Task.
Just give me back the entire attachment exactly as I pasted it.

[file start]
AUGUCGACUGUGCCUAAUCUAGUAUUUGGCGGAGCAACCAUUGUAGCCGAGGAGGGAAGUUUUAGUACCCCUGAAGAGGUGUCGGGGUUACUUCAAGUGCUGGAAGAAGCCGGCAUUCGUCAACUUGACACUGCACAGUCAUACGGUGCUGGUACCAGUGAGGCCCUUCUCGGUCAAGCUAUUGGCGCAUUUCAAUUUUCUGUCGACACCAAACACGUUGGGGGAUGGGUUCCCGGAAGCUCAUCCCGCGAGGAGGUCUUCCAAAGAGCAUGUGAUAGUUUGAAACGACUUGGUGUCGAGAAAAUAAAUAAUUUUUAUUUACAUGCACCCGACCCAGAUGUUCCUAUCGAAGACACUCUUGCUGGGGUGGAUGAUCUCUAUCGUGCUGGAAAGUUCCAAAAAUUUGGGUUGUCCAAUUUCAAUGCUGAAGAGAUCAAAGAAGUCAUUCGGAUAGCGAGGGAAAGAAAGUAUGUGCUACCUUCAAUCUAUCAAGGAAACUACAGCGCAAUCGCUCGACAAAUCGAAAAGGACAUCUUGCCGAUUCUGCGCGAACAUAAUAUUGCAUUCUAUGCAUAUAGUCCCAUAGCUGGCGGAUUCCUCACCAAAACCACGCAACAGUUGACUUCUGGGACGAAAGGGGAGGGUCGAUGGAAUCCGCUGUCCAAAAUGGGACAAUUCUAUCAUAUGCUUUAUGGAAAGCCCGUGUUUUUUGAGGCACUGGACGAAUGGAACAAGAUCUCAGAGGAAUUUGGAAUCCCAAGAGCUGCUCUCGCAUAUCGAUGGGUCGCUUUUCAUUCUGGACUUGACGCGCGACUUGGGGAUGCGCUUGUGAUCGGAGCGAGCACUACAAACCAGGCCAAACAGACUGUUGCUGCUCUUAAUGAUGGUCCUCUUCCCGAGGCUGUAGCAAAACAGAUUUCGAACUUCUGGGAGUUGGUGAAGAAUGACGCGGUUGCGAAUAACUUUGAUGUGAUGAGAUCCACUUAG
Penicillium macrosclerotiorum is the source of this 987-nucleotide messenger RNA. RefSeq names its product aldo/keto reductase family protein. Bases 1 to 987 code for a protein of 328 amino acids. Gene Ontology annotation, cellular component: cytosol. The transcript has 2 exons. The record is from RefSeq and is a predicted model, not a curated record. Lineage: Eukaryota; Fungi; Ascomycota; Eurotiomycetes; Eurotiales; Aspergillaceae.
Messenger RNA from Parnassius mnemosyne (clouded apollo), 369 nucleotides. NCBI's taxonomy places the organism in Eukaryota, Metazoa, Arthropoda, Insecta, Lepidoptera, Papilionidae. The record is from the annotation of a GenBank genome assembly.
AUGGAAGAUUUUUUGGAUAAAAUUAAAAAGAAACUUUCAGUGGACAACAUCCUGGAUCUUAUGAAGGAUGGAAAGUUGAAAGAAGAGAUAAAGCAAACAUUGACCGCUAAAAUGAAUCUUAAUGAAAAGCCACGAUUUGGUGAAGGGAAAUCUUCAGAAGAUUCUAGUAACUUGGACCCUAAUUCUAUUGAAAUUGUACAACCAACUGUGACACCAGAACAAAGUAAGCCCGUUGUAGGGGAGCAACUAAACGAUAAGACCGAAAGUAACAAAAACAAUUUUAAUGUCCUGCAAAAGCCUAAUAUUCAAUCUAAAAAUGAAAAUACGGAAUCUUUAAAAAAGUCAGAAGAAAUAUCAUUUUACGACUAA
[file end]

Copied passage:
AUGUCGACUGUGCCUAAUCUAGUAUUUGGCGGAGCAACCAUUGUAGCCGAGGAGGGAAGUUUUAGUACCCCUGAAGAGGUGUCGGGGUUACUUCAAGUGCUGGAAGAAGCCGGCAUUCGUCAACUUGACACUGCACAGUCAUACGGUGCUGGUACCAGUGAGGCCCUUCUCGGUCAAGCUAUUGGCGCAUUUCAAUUUUCUGUCGACACCAAACACGUUGGGGGAUGGGUUCCCGGAAGCUCAUCCCGCGAGGAGGUCUUCCAAAGAGCAUGUGAUAGUUUGAAACGACUUGGUGUCGAGAAAAUAAAUAAUUUUUAUUUACAUGCACCCGACCCAGAUGUUCCUAUCGAAGACACUCUUGCUGGGGUGGAUGAUCUCUAUCGUGCUGGAAAGUUCCAAAAAUUUGGGUUGUCCAAUUUCAAUGCUGAAGAGAUCAAAGAAGUCAUUCGGAUAGCGAGGGAAAGAAAGUAUGUGCUACCUUCAAUCUAUCAAGGAAACUACAGCGCAAUCGCUCGACAAAUCGAAAAGGACAUCUUGCCGAUUCUGCGCGAACAUAAUAUUGCAUUCUAUGCAUAUAGUCCCAUAGCUGGCGGAUUCCUCACCAAAACCACGCAACAGUUGACUUCUGGGACGAAAGGGGAGGGUCGAUGGAAUCCGCUGUCCAAAAUGGGACAAUUCUAUCAUAUGCUUUAUGGAAAGCCCGUGUUUUUUGAGGCACUGGACGAAUGGAACAAGAUCUCAGAGGAAUUUGGAAUCCCAAGAGCUGCUCUCGCAUAUCGAUGGGUCGCUUUUCAUUCUGGACUUGACGCGCGACUUGGGGAUGCGCUUGUGAUCGGAGCGAGCACUACAAACCAGGCCAAACAGACUGUUGCUGCUCUUAAUGAUGGUCCUCUUCCCGAGGCUGUAGCAAAACAGAUUUCGAACUUCUGGGAGUUGGUGAAGAAUGACGCGGUUGCGAAUAACUUUGAUGUGAUGAGAUCCACUUAG
Penicillium macrosclerotiorum is the source of this 987-nucleotide messenger RNA. RefSeq names its product aldo/keto reductase family protein. Bases 1 to 987 code for a protein of 328 amino acids. Gene Ontology annotation, cellular component: cytosol. The transcript has 2 exons. The record is from RefSeq and is a predicted model, not a curated record. Lineage: Eukaryota; Fungi; Ascomycota; Eurotiomycetes; Eurotiales; Aspergillaceae.
Messenger RNA from Parnassius mnemosyne (clouded apollo), 369 nucleotides. NCBI's taxonomy places the organism in Eukaryota, Metazoa, Arthropoda, Insecta, Lepidoptera, Papilionidae. The record is from the annotation of a GenBank genome assembly.
AUGGAAGAUUUUUUGGAUAAAAUUAAAAAGAAACUUUCAGUGGACAACAUCCUGGAUCUUAUGAAGGAUGGAAAGUUGAAAGAAGAGAUAAAGCAAACAUUGACCGCUAAAAUGAAUCUUAAUGAAAAGCCACGAUUUGGUGAAGGGAAAUCUUCAGAAGAUUCUAGUAACUUGGACCCUAAUUCUAUUGAAAUUGUACAACCAACUGUGACACCAGAACAAAGUAAGCCCGUUGUAGGGGAGCAACUAAACGAUAAGACCGAAAGUAACAAAAACAAUUUUAAUGUCCUGCAAAAGCCUAAUAUUCAAUCUAAAAAUGAAAAUACGGAAUCUUUAAAAAAGUCAGAAGAAAUAUCAUUUUACGACUAA